Wednesday, 8 May 2019

False promises

Over the weekend I went to have a look at the excellent Norfolk and Suffolk Aviation Museum at Flixton. Well worth a visit. Out of curiosity we travelled on to Lowestoft and Great Yarmouth just to see what's there. Turns out there's not much. Lowestoft is bleak. There's a sizable harbour but there's nothing in it and most of the utility buildings on the docks are derelict. Much the same can be said of Great Yarmouth where you can still spot Ukip posters in shop windows. Great Yarmouth voted to leave in 2016 by a majority of 71.5% and it's easy to see why.

For sure it's had regeneration cash thrown at it. There are some new facilities along the sea front, though the pavillion pictured above is semi-derelict. It doesn't look like the picture now. None of it does. As for jobs and industry, there are five wind turbine service boats in the harbour and an offshore wind farm that dominates the horizon. The sort of periodic "green deal" regeneration that politicians just love to announce but seldom enquire what actual value it has. At best it's a sticking plaster. Nothing can replace the lost industries and there isn't much commercial potential in the ports that I can see. We're replacing genuine industry with political window dressing - usually with EU funding.

This, of course, is fertile ground for the likes of Farage promising a return to glory for British fishing. With so little to lose, Brexit is worth a punt. We have nothing to lose but our wind farms. But then with fishing having been radically transformed and modernised, there is no winding the clock back as with much of our former industries. There is no return to shipbuilding on the Tyne and the mines are gone for good.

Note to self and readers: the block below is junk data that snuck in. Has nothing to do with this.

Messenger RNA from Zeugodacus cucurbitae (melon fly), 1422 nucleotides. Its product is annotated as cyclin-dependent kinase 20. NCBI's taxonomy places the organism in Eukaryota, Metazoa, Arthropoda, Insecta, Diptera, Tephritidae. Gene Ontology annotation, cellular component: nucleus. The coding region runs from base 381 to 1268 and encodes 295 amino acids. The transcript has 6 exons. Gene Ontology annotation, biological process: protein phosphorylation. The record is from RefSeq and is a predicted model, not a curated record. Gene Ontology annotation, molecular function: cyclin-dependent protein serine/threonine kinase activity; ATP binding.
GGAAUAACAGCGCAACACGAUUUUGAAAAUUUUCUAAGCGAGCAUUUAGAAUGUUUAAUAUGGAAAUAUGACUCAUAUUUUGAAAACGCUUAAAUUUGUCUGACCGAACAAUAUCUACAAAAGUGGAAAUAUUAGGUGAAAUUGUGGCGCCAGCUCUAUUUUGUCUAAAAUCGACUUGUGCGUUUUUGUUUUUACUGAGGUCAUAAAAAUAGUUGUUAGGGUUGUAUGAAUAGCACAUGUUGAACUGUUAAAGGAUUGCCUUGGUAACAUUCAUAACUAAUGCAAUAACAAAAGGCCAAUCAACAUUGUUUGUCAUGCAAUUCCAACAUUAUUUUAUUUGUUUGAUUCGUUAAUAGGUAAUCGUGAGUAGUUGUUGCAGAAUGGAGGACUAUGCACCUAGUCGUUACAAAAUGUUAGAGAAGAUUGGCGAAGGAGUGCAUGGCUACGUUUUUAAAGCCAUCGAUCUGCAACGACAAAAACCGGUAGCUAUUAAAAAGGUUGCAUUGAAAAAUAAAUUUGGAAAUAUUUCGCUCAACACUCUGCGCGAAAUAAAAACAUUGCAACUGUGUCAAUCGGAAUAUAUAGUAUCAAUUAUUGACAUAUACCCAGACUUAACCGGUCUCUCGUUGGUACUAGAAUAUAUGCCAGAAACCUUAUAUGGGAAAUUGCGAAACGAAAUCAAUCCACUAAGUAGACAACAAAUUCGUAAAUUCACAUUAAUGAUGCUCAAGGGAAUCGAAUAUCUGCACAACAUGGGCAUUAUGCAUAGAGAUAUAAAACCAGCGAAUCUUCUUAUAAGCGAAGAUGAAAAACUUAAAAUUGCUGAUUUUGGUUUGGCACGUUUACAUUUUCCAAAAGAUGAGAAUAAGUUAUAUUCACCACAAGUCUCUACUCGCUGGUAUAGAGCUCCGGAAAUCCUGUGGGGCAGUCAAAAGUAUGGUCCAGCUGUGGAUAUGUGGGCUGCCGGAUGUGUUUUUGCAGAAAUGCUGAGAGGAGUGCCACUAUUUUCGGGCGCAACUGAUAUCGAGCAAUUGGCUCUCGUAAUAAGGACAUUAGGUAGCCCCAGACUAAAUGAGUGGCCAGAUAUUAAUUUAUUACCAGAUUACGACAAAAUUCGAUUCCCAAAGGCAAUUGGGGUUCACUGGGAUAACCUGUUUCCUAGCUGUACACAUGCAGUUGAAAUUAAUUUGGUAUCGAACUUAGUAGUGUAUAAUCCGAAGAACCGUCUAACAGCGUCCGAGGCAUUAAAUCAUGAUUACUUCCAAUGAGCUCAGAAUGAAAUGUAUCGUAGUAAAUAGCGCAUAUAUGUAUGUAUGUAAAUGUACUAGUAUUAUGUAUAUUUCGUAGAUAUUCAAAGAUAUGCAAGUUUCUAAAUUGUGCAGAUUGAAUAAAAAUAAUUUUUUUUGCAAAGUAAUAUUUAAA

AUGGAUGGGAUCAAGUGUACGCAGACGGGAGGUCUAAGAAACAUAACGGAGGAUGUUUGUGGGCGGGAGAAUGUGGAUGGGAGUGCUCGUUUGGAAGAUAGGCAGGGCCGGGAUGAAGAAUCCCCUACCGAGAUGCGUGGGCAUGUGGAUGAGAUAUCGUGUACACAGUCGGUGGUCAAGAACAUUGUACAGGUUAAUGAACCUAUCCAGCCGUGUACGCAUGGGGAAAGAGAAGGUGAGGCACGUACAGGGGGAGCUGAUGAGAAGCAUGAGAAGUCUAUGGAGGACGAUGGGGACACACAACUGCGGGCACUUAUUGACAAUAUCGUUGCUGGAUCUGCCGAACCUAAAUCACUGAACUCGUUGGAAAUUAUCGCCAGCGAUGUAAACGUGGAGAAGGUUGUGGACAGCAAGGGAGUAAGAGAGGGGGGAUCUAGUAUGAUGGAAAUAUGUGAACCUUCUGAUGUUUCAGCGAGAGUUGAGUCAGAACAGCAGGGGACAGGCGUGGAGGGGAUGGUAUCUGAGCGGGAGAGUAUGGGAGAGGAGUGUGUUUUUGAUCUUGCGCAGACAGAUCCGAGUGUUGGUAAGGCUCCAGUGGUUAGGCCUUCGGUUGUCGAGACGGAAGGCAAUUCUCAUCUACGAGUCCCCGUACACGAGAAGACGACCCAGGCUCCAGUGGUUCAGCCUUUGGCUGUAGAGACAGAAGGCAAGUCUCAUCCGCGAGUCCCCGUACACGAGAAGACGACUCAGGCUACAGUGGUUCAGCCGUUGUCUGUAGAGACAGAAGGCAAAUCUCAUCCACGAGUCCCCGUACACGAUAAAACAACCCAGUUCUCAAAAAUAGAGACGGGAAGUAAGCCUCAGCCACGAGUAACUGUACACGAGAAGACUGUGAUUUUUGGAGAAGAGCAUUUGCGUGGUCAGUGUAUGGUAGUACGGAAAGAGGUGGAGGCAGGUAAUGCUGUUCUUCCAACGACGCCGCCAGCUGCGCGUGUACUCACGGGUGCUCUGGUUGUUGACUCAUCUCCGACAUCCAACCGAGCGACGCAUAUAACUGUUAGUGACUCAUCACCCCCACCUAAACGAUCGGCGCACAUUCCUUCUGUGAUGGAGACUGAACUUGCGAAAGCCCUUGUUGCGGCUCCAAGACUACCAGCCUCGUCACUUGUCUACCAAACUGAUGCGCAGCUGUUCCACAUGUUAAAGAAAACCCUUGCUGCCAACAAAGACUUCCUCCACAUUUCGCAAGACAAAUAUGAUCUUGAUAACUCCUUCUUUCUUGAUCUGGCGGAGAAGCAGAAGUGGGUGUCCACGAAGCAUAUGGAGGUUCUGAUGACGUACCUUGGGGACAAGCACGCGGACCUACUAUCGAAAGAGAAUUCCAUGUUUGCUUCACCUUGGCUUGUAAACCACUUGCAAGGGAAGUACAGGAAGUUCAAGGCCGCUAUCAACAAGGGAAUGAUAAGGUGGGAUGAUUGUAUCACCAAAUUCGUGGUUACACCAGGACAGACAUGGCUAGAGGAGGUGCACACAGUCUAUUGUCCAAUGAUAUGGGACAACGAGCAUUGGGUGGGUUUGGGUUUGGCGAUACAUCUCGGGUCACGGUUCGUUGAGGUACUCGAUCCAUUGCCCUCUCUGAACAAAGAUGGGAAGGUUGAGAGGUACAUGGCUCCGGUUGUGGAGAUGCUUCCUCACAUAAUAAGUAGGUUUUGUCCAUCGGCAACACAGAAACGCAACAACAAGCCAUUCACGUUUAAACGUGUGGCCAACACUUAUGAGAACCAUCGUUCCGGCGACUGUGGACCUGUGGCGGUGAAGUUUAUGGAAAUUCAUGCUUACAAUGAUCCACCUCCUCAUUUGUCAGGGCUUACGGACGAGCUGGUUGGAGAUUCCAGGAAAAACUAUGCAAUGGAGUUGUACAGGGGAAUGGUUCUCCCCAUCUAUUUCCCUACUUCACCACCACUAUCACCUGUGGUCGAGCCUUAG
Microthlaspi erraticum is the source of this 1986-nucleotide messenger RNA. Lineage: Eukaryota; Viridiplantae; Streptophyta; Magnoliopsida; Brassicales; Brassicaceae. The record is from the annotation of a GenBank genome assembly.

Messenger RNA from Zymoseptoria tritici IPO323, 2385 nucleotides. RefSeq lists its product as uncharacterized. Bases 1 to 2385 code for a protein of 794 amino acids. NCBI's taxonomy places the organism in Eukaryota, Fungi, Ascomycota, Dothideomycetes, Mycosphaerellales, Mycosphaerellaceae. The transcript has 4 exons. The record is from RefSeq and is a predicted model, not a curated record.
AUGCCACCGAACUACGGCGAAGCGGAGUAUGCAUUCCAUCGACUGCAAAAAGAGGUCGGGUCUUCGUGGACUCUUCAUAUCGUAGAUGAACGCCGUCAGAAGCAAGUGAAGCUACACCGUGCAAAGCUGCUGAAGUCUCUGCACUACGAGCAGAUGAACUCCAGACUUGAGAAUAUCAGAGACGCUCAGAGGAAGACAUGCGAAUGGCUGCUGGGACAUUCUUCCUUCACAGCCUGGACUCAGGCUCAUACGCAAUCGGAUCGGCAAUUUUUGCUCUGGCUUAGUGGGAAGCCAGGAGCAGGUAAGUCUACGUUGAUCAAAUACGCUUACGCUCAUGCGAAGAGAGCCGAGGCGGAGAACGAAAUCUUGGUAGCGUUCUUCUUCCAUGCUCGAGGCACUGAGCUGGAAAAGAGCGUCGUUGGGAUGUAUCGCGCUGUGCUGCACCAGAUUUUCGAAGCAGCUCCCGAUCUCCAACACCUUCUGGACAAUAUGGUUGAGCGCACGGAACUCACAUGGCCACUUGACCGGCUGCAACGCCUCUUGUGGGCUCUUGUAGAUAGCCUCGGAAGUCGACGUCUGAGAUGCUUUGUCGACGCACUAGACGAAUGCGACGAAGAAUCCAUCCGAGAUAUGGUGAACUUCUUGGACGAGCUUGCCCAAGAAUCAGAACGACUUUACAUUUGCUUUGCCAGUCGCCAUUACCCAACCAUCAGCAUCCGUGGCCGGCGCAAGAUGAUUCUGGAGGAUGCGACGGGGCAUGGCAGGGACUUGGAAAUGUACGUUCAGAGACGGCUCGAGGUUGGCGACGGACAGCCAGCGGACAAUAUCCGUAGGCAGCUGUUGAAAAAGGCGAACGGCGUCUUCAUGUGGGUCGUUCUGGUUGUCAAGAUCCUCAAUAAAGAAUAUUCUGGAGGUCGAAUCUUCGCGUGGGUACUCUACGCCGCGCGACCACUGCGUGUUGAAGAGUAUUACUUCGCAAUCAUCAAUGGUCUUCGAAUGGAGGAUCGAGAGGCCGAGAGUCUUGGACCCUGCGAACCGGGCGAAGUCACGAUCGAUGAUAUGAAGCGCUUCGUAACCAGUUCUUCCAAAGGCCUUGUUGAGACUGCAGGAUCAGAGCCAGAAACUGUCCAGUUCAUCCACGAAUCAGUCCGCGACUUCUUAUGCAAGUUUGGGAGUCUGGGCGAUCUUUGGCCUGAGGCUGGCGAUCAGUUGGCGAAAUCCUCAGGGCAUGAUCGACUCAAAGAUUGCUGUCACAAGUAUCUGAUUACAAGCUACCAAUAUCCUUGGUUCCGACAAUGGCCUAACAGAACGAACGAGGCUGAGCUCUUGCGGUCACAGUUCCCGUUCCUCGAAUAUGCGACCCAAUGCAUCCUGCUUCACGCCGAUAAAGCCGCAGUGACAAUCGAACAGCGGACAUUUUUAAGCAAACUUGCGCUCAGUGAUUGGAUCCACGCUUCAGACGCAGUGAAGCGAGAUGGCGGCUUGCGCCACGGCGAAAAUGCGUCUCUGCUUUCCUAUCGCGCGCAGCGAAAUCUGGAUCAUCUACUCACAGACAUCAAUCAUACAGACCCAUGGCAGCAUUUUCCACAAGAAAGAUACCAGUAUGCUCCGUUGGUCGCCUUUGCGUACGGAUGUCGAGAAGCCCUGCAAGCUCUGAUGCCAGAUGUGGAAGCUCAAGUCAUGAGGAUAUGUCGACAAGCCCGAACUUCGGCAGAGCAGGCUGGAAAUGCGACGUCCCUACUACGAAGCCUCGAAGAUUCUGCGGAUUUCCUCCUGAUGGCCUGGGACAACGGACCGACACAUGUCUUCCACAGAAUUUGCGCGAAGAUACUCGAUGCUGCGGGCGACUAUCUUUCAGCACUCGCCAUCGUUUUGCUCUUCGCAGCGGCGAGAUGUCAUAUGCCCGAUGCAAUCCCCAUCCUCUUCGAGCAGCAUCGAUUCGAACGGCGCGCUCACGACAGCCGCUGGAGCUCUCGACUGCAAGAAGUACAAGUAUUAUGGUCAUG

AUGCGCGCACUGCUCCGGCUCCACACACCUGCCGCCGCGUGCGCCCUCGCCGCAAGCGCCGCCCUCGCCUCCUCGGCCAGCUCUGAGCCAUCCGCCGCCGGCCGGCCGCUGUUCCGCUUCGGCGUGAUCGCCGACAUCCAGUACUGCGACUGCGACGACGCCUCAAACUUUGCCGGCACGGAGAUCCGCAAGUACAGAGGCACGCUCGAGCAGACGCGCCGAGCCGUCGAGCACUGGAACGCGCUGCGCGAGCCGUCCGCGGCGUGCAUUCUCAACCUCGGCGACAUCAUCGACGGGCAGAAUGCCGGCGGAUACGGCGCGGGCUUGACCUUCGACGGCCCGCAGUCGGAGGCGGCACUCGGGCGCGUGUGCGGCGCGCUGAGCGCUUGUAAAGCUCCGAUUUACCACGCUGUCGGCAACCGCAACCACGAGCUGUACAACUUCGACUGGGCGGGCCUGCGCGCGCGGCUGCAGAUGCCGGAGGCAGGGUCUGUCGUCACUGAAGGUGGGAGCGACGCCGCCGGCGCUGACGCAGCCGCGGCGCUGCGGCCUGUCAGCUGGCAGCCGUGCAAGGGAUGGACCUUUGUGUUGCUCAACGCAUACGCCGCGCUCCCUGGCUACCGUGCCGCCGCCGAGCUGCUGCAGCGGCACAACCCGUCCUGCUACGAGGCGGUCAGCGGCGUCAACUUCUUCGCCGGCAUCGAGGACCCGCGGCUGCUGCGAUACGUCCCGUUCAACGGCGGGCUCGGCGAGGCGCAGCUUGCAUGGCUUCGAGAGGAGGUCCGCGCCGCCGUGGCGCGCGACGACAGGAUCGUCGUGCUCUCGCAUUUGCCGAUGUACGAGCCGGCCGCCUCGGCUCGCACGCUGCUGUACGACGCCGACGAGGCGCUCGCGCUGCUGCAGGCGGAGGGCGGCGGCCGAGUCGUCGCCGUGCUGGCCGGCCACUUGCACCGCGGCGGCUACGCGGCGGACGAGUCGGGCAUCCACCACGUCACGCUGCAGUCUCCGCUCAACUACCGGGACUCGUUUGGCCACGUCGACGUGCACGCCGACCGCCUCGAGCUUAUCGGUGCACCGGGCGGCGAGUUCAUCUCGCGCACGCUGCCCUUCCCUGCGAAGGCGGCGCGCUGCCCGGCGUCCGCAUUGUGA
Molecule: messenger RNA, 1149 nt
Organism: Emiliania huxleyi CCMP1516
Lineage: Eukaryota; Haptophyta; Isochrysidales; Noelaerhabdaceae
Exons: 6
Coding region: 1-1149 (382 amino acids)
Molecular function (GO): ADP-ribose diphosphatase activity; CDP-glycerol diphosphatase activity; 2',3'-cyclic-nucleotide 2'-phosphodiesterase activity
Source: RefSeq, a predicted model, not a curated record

We are told that Brexit presents us with a golden opportunity to rejuventate coastal communities but I don't see that it does. Crap towns with long expired purpose will remain so unless they're within commuting distance of an economic centre. The East Coast is out of luck on that score. It's not even especially attractive coastline unlike Dorset and Devon. A rainy weekend in static caravan has only limited vacation appeal.

But then while we can chastise the likes of Ukip and the Brexit fantasists for selling their own brand of snake oil, that's pretty much all these places get. Promises of regeneration amount to little of value. It's empty promise after empty promise. The real anger will likely follow when it becomes apparent that Brexit is no remedy and Tory trade policy will likely exacerbate the problems. Ending freedom of movement may well eliminate competition for jobs but there will be fewer jobs for the traditional blue collar workers.

We have seen countless articles on how Labour has abandoned its working class base, turning their back on them by not delivering "the full Brexit" but which is the greater betrayal? Chasing after a pipedream of reindustrialisation that cannot possibly succeed, leaving everyone worse off is hardly the way to serve working class communities. The only thing in Brexit's favour in this regard is that it may create the political impetus to invest in the regions, breaking the current model, but places like Great Yarmouth will be way down the list.